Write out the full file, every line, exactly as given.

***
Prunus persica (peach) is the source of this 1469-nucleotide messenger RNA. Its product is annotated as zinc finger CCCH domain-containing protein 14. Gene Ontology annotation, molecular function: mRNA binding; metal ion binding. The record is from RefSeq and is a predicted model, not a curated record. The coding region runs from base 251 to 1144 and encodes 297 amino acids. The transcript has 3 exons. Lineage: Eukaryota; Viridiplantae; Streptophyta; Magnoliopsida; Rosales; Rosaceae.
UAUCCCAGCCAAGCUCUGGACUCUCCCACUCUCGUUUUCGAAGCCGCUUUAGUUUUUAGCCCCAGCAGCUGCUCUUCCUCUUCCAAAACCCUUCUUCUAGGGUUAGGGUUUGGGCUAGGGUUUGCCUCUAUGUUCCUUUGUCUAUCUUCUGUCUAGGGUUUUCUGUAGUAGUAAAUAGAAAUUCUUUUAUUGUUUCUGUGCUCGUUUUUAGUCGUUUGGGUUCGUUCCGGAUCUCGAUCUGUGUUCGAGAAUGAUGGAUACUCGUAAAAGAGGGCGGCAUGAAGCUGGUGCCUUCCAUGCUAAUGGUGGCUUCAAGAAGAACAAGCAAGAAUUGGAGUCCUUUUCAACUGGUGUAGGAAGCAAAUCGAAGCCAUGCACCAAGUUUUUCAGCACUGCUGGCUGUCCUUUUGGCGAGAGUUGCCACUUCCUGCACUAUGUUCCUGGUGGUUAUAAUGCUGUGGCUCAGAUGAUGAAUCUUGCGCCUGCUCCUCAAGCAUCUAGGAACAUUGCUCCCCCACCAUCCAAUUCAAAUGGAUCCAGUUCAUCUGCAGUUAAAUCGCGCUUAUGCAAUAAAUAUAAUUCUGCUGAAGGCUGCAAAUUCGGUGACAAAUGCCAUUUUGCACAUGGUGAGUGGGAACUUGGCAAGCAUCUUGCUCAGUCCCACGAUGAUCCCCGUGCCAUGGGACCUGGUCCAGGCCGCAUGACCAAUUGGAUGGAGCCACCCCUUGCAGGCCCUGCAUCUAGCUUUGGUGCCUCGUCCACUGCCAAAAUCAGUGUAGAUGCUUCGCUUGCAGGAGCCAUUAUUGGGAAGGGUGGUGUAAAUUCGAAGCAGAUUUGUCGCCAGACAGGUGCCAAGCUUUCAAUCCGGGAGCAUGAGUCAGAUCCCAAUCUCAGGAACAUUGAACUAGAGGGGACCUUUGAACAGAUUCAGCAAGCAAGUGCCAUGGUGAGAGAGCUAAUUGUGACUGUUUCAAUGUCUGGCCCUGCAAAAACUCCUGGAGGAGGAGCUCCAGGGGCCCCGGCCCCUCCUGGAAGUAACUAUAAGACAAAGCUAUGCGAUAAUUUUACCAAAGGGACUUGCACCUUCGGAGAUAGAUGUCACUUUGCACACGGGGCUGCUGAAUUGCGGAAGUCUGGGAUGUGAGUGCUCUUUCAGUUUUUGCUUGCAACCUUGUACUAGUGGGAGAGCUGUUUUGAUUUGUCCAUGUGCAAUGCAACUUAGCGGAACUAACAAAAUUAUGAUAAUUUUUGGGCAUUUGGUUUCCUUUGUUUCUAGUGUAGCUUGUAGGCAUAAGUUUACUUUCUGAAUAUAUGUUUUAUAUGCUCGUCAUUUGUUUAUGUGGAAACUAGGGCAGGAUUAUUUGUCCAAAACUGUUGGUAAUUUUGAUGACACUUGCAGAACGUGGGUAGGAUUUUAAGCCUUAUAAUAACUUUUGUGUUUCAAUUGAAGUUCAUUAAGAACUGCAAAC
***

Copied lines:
Prunus persica (peach) is the source of this 1469-nucleotide messenger RNA. Its product is annotated as zinc finger CCCH domain-containing protein 14. Gene Ontology annotation, molecular function: mRNA binding; metal ion binding. The record is from RefSeq and is a predicted model, not a curated record. The coding region runs from base 251 to 1144 and encodes 297 amino acids. The transcript has 3 exons. Lineage: Eukaryota; Viridiplantae; Streptophyta; Magnoliopsida; Rosales; Rosaceae.
UAUCCCAGCCAAGCUCUGGACUCUCCCACUCUCGUUUUCGAAGCCGCUUUAGUUUUUAGCCCCAGCAGCUGCUCUUCCUCUUCCAAAACCCUUCUUCUAGGGUUAGGGUUUGGGCUAGGGUUUGCCUCUAUGUUCCUUUGUCUAUCUUCUGUCUAGGGUUUUCUGUAGUAGUAAAUAGAAAUUCUUUUAUUGUUUCUGUGCUCGUUUUUAGUCGUUUGGGUUCGUUCCGGAUCUCGAUCUGUGUUCGAGAAUGAUGGAUACUCGUAAAAGAGGGCGGCAUGAAGCUGGUGCCUUCCAUGCUAAUGGUGGCUUCAAGAAGAACAAGCAAGAAUUGGAGUCCUUUUCAACUGGUGUAGGAAGCAAAUCGAAGCCAUGCACCAAGUUUUUCAGCACUGCUGGCUGUCCUUUUGGCGAGAGUUGCCACUUCCUGCACUAUGUUCCUGGUGGUUAUAAUGCUGUGGCUCAGAUGAUGAAUCUUGCGCCUGCUCCUCAAGCAUCUAGGAACAUUGCUCCCCCACCAUCCAAUUCAAAUGGAUCCAGUUCAUCUGCAGUUAAAUCGCGCUUAUGCAAUAAAUAUAAUUCUGCUGAAGGCUGCAAAUUCGGUGACAAAUGCCAUUUUGCACAUGGUGAGUGGGAACUUGGCAAGCAUCUUGCUCAGUCCCACGAUGAUCCCCGUGCCAUGGGACCUGGUCCAGGCCGCAUGACCAAUUGGAUGGAGCCACCCCUUGCAGGCCCUGCAUCUAGCUUUGGUGCCUCGUCCACUGCCAAAAUCAGUGUAGAUGCUUCGCUUGCAGGAGCCAUUAUUGGGAAGGGUGGUGUAAAUUCGAAGCAGAUUUGUCGCCAGACAGGUGCCAAGCUUUCAAUCCGGGAGCAUGAGUCAGAUCCCAAUCUCAGGAACAUUGAACUAGAGGGGACCUUUGAACAGAUUCAGCAAGCAAGUGCCAUGGUGAGAGAGCUAAUUGUGACUGUUUCAAUGUCUGGCCCUGCAAAAACUCCUGGAGGAGGAGCUCCAGGGGCCCCGGCCCCUCCUGGAAGUAACUAUAAGACAAAGCUAUGCGAUAAUUUUACCAAAGGGACUUGCACCUUCGGAGAUAGAUGUCACUUUGCACACGGGGCUGCUGAAUUGCGGAAGUCUGGGAUGUGAGUGCUCUUUCAGUUUUUGCUUGCAACCUUGUACUAGUGGGAGAGCUGUUUUGAUUUGUCCAUGUGCAAUGCAACUUAGCGGAACUAACAAAAUUAUGAUAAUUUUUGGGCAUUUGGUUUCCUUUGUUUCUAGUGUAGCUUGUAGGCAUAAGUUUACUUUCUGAAUAUAUGUUUUAUAUGCUCGUCAUUUGUUUAUGUGGAAACUAGGGCAGGAUUAUUUGUCCAAAACUGUUGGUAAUUUUGAUGACACUUGCAGAACGUGGGUAGGAUUUUAAGCCUUAUAAUAACUUUUGUGUUUCAAUUGAAGUUCAUUAAGAACUGCAAAC